Home     |     Sponsors     |     Solutions Catalog     |     Products & Services     |     Vendors     |     Current Topics

· How to Search   · Tips


 Solutions Catalog
 Products & Services
 The Market
 Application Mall
 Business Cases
 Solution Components
 Application Development
 System Design
 Resources & Links
 Professional Services
 Conferences & Events
 Reports & Presentations
 Templates & Aids
 Community Forum

Bluetooth Technology

"Automatic communication between various devices within a small area in a house or an office makes it possible to provide unique and innovative services to a professional worker or a small group of workers using portable devices. Bluetooth technology has this potential and is coming along fast and quick. It will replace clumsy wires, make information transfer automatic without synchronization cradles and introduce many new applications. Technology visionaries hope that it will do what infra red could not do over the past six years." - Editor

In an attempt to standardize data transfer and synchronization between disparate mobile devices in the short-distance range, Intel and Microsoft established in 1998 a major industry consortium that included IBM, Toshiba, Ericsson, Nokia, and Puma Technology. 

Code-named Blue Tooth for the 10th century Danish king who unified Denmark, the companies have created a single synchronization protocol to address end-user problems arising from the proliferation of various mobile devices -- including smart phones, smart pagers, PDAs, handheld PCs, copiers, printers, notebooks, and many future digital appliances at home -- that need to keep data consistent from one device to another. 

The proposed Bluetooth solutions (hardware and software-based) would automatically synchronize mobile devices when end-users enter their offices or home. Intel and others are designing the sending and receiving radio frequency chip sets. Price point for hardware is in $5-20 range eventually.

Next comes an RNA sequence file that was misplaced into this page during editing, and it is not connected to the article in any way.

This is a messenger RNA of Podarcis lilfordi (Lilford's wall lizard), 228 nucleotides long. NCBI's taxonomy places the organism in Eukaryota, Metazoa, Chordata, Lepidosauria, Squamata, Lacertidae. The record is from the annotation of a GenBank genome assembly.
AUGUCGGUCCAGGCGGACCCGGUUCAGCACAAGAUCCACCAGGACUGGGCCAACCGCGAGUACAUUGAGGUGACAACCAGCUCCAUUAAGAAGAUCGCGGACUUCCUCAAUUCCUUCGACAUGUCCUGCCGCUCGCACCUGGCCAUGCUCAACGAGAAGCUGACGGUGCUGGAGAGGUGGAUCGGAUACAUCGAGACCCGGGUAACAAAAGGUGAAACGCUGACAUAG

Since the start of this initiative in 1998, interest in Bluetooth has grown tremendously - signified by 1800 members of Bluetooth consortium by mid 2000.

While Bluetooth consortium demonstrated prototype products in the 1999-2000, there are no production-quality enduser products using blue tooth technology as of now, as far as we know.  Component products (radios and chips) that can be integrated into finished products have started becoming available from Ericsson and others. However, here is an opportunity for more start-up companies. irDA is a competing technology and has been implemented in many products for over 6-7 years now but BlueTooth has a few distinct advantages - with Ericsson/Microsoft/Intel team behind it.  In our opinion, there are relative benefits with several competing technologies - there is some overlap too. Let competitive products thrive so that we the users get the best solutions.

How does Blue Tooth compare to irDA - a competitive (or complimentary) technology? Click here for a vendor viewpoint by Counterpoint division of Extended Systems.

Acknowledgement: The original content for this topic was provided by Puneet Gupta, a technology specialist and freelance writer based in Bangalore, India.  Mr. Gupta is involved in software development for telecommunications infrastructure.  This content was enhanced and edited by MobileInfo.Com technical staff.

Related Resources:
Technological Advances
> Hot Topics
> Current Topics
> Wireless LANs


     |     Sponsors     |     Solutions Catalog     |     Products & Services     |     Vendors     |     Current Topics

Copyright © 1999 - 2001.  All Rights Reserved. 
Reproduction of any material from the MobileInfo.com website or its newsletters without written permission is strictly prohibited.